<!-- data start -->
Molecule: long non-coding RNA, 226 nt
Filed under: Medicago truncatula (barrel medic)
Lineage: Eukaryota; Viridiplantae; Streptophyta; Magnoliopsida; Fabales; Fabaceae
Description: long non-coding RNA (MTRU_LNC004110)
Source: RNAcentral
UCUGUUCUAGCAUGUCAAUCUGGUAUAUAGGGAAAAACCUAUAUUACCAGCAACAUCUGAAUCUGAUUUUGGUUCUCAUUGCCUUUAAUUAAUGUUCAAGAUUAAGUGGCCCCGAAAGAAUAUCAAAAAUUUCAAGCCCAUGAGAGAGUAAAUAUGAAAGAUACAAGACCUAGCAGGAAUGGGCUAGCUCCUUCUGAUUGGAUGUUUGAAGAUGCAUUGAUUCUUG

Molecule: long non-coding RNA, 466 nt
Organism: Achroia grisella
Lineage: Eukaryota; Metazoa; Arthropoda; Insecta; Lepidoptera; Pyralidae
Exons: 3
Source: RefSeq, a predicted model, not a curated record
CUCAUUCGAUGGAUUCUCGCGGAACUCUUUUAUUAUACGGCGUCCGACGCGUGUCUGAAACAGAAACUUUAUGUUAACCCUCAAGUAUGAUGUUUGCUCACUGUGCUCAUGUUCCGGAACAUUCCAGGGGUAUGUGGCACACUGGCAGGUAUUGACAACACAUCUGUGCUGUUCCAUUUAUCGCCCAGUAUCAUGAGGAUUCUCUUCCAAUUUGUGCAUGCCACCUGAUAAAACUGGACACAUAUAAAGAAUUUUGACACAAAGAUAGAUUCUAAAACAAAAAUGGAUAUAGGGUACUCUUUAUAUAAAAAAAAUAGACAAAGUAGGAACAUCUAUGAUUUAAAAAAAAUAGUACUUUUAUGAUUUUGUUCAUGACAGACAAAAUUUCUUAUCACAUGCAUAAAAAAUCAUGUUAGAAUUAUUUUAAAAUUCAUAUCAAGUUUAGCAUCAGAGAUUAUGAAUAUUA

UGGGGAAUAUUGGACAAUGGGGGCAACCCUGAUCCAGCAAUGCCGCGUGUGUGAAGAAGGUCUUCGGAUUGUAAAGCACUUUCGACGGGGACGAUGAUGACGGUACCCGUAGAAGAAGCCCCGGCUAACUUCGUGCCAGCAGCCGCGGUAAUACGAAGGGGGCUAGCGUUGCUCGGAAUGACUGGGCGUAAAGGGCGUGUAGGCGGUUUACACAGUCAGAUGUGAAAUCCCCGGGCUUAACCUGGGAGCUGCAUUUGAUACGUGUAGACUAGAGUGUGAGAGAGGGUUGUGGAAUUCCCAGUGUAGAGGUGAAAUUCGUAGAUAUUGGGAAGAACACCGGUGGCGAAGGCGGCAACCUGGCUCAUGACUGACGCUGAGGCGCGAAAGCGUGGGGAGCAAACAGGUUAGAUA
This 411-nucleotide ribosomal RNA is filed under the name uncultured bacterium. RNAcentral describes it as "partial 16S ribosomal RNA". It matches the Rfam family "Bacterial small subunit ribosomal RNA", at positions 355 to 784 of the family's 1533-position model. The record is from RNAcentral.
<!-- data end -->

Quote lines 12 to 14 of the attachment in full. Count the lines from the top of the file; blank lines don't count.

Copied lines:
CUCAUUCGAUGGAUUCUCGCGGAACUCUUUUAUUAUACGGCGUCCGACGCGUGUCUGAAACAGAAACUUUAUGUUAACCCUCAAGUAUGAUGUUUGCUCACUGUGCUCAUGUUCCGGAACAUUCCAGGGGUAUGUGGCACACUGGCAGGUAUUGACAACACAUCUGUGCUGUUCCAUUUAUCGCCCAGUAUCAUGAGGAUUCUCUUCCAAUUUGUGCAUGCCACCUGAUAAAACUGGACACAUAUAAAGAAUUUUGACACAAAGAUAGAUUCUAAAACAAAAAUGGAUAUAGGGUACUCUUUAUAUAAAAAAAAUAGACAAAGUAGGAACAUCUAUGAUUUAAAAAAAAUAGUACUUUUAUGAUUUUGUUCAUGACAGACAAAAUUUCUUAUCACAUGCAUAAAAAAUCAUGUUAGAAUUAUUUUAAAAUUCAUAUCAAGUUUAGCAUCAGAGAUUAUGAAUAUUA

UGGGGAAUAUUGGACAAUGGGGGCAACCCUGAUCCAGCAAUGCCGCGUGUGUGAAGAAGGUCUUCGGAUUGUAAAGCACUUUCGACGGGGACGAUGAUGACGGUACCCGUAGAAGAAGCCCCGGCUAACUUCGUGCCAGCAGCCGCGGUAAUACGAAGGGGGCUAGCGUUGCUCGGAAUGACUGGGCGUAAAGGGCGUGUAGGCGGUUUACACAGUCAGAUGUGAAAUCCCCGGGCUUAACCUGGGAGCUGCAUUUGAUACGUGUAGACUAGAGUGUGAGAGAGGGUUGUGGAAUUCCCAGUGUAGAGGUGAAAUUCGUAGAUAUUGGGAAGAACACCGGUGGCGAAGGCGGCAACCUGGCUCAUGACUGACGCUGAGGCGCGAAAGCGUGGGGAGCAAACAGGUUAGAUA
This 411-nucleotide ribosomal RNA is filed under the name uncultured bacterium. RNAcentral describes it as "partial 16S ribosomal RNA". It matches the Rfam family "Bacterial small subunit ribosomal RNA", at positions 355 to 784 of the family's 1533-position model. The record is from RNAcentral.